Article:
• An overweight passenger on a Spirit Airlines flights from Las Vegas to Denver said he was embarrassed and humiliated by the airline when it took away one of two seats he had booked in order to fly more comfortably. >> Read more trending news Jose Cordova told Denver 7 that he bought two seats on both his original flight to Vegas and for the return trip because of his size. 'I am a big person and I know one seat wouldn't fit for me, and to be comfortable, I wanted to have two seats,' Cordova said.  'You don't want to overhang on someone else's lap, so you want to make sure you have that extra seat without bothering anybody.'  Cordova said his flight to Vegas was fine, but Spirit overbooked his return flight and took one of his seats without asking. >> Related: United Airlines changes policy after man dragged from flight “They stole one of his seats. They sold it out from under him,” Denver 7 quoted one of Cordova’s friend Scott Tenorio as saying. Spirit apologized to Cordova and said it was refunding the cost of his flights. It also said it was investigating what happened.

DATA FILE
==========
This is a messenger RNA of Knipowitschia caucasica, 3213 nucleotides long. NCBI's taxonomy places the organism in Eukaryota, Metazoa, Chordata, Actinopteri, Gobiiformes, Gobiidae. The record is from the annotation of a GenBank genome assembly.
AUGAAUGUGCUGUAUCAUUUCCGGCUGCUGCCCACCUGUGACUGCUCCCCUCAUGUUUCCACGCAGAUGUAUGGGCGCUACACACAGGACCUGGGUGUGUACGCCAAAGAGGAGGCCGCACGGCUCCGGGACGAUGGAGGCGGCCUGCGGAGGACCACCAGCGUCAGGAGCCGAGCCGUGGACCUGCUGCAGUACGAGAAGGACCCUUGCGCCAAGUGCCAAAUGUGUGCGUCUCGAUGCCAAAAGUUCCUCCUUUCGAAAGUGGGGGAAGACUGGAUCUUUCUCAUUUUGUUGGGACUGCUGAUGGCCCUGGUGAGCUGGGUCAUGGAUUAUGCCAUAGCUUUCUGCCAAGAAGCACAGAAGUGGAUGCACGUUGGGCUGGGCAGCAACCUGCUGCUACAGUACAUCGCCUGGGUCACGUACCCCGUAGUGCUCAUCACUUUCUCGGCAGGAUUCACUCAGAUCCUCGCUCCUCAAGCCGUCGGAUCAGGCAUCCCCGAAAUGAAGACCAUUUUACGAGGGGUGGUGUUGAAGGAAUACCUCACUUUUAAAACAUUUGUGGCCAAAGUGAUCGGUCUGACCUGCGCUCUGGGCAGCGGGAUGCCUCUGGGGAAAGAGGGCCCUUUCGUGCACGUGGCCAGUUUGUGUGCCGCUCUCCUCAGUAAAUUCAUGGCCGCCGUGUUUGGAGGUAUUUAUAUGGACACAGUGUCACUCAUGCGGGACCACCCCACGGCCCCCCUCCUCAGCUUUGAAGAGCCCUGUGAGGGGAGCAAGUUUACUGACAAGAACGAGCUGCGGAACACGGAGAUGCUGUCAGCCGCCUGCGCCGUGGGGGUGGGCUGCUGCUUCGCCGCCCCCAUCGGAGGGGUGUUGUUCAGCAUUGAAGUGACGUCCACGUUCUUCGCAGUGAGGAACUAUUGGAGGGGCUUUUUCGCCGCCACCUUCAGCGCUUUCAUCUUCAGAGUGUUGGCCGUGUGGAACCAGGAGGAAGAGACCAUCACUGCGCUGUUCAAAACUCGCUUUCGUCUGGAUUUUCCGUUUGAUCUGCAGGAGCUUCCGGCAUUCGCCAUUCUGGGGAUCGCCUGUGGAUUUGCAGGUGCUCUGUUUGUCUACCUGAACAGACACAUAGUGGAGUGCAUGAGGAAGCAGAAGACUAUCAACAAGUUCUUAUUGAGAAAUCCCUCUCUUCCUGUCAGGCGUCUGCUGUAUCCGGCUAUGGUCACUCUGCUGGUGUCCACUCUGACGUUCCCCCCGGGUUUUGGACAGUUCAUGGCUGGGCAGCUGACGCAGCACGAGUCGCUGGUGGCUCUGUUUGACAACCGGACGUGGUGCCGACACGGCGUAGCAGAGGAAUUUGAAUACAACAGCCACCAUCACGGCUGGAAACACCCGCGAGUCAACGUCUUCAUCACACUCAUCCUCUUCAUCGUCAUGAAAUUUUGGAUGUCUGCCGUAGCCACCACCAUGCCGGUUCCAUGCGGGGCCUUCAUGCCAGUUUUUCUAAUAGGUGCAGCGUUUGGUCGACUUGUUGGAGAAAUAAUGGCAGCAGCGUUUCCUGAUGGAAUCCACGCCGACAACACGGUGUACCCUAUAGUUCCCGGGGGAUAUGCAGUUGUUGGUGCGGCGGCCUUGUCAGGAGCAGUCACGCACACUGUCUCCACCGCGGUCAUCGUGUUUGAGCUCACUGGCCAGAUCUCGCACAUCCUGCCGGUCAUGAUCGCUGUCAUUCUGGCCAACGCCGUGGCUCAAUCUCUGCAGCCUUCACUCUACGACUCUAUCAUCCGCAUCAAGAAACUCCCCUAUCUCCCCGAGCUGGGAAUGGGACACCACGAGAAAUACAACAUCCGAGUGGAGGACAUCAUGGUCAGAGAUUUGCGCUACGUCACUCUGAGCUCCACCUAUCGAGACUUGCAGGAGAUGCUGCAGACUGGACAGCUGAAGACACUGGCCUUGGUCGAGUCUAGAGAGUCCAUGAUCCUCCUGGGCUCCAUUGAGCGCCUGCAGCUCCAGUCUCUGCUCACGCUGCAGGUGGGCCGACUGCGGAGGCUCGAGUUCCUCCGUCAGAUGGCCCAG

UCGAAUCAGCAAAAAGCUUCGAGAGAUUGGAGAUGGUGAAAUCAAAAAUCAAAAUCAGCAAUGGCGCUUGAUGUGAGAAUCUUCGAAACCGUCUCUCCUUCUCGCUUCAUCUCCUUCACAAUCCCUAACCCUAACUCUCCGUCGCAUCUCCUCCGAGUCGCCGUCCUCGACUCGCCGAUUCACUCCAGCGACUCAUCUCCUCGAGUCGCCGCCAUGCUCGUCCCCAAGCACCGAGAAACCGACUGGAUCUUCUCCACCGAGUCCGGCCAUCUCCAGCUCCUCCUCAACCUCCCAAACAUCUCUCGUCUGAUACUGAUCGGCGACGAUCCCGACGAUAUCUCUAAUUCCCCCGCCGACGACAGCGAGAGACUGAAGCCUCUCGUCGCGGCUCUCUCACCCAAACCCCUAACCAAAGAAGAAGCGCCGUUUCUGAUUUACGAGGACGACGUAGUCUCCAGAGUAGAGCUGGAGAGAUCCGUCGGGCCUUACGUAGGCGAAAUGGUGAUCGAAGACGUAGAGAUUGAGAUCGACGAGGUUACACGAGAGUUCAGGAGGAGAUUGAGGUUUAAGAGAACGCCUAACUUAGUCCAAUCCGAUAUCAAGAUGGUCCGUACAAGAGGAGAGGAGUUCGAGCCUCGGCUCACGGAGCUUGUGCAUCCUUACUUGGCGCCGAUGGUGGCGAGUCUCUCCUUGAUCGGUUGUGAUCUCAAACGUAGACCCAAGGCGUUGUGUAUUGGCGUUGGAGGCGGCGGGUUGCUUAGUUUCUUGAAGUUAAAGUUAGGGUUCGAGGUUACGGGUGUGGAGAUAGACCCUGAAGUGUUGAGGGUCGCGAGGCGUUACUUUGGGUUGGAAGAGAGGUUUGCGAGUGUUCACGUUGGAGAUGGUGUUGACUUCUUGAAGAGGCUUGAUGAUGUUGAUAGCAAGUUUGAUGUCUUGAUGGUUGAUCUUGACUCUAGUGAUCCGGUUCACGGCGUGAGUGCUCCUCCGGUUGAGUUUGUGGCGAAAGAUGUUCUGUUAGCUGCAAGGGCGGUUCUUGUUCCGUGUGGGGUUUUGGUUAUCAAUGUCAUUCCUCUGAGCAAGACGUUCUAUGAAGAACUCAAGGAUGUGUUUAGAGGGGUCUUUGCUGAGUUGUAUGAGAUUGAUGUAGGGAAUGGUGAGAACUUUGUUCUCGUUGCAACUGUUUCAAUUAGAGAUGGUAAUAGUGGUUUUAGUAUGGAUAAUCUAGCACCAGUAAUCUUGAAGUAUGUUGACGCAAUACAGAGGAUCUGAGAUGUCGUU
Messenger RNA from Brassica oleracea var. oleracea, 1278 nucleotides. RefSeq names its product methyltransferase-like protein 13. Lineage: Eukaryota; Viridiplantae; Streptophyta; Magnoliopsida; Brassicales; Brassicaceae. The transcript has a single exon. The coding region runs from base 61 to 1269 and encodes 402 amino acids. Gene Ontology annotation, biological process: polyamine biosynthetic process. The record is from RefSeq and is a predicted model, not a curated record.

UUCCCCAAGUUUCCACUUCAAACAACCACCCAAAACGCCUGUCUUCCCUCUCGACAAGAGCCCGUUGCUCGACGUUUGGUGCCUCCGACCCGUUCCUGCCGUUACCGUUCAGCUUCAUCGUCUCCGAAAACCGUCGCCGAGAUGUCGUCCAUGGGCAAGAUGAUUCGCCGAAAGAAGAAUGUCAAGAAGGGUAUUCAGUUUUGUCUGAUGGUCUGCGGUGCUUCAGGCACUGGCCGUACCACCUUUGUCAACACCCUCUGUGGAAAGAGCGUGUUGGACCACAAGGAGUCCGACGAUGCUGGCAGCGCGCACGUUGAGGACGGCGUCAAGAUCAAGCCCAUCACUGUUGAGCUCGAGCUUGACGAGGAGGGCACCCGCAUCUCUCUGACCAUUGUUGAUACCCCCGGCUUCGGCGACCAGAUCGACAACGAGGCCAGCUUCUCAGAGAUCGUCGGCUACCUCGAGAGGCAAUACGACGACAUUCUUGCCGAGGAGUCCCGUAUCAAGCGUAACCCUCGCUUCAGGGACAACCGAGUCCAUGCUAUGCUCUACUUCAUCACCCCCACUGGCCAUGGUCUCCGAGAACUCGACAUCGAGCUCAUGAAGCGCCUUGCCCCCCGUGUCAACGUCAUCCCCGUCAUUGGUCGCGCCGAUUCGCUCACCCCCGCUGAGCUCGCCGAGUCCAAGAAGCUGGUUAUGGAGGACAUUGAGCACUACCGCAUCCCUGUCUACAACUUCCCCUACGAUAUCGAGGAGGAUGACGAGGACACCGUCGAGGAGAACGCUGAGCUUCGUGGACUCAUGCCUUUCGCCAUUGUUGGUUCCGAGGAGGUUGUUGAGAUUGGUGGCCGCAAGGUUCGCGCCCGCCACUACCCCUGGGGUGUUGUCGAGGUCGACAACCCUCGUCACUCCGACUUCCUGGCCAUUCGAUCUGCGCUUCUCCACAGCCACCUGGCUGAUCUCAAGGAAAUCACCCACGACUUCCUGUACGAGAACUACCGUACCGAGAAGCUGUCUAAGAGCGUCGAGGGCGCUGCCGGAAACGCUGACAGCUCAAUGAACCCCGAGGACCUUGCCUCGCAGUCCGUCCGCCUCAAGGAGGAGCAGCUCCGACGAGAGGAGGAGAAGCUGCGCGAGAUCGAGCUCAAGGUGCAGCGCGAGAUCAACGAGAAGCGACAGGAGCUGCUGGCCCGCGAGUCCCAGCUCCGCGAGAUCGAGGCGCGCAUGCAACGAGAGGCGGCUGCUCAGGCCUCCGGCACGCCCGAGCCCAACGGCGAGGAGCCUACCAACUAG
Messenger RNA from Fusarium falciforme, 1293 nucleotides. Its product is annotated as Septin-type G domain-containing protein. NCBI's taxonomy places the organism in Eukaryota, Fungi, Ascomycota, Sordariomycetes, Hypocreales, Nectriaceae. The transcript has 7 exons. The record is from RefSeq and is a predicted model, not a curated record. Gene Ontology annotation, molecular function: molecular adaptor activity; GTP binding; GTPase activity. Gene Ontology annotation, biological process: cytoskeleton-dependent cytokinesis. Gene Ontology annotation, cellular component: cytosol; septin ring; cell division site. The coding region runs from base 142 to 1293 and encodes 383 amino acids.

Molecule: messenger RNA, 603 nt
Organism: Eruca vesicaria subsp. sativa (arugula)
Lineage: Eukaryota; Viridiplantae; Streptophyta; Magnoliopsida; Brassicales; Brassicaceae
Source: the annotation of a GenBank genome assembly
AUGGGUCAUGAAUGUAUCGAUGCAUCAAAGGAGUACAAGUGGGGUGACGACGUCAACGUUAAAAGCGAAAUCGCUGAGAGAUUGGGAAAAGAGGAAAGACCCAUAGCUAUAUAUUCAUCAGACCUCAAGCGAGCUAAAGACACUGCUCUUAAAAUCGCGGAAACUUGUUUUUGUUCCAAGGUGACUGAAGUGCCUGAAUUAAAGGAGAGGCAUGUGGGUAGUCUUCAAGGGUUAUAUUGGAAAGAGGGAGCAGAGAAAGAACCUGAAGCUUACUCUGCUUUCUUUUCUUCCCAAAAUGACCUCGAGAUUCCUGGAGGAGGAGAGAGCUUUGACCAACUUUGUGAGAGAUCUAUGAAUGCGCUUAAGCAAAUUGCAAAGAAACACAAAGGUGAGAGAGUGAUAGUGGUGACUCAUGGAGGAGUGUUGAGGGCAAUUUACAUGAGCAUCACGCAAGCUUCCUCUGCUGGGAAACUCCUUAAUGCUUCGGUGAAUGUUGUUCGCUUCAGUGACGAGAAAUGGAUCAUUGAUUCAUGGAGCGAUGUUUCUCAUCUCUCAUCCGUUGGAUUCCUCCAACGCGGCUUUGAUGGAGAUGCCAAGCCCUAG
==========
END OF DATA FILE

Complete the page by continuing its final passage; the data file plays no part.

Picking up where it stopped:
• A 14-year-old girl fell 25 feet from a gondola ride at Six Flags Amusement Park in Queensbury, New York, Saturday night as a group of park guests gathered under her to help break her fall. >> Read more trending news The “Sky Ride” was stopped at the park about 55 miles north of Albany when the accident happened, according to CBS News. The teenager was on the ride with a child relative when she fell from the two-person car, the Warren County Sheriff’s Office said in a statement.  The ride was stopped after the operator was told of a rider in distress, CBS reported. The video shows the girl somehow slipped through the safety bar, which briefly held her aloft while she dangled in the air. The teen from Delaware struck a tree before landing in the crowd, which had gathered to catch her. She was treated at the park, then taken to an area hospital. >> Related: Girl, 11, dies after falling out of ride at water park Park officials said the ride was working properly. “There does not appear to be any malfunction of the ride, but we have closed the attraction until the a thorough review can be completed,” USA Today reported park officials said in a statement. Another person was injured as he was trying to help catch the girl.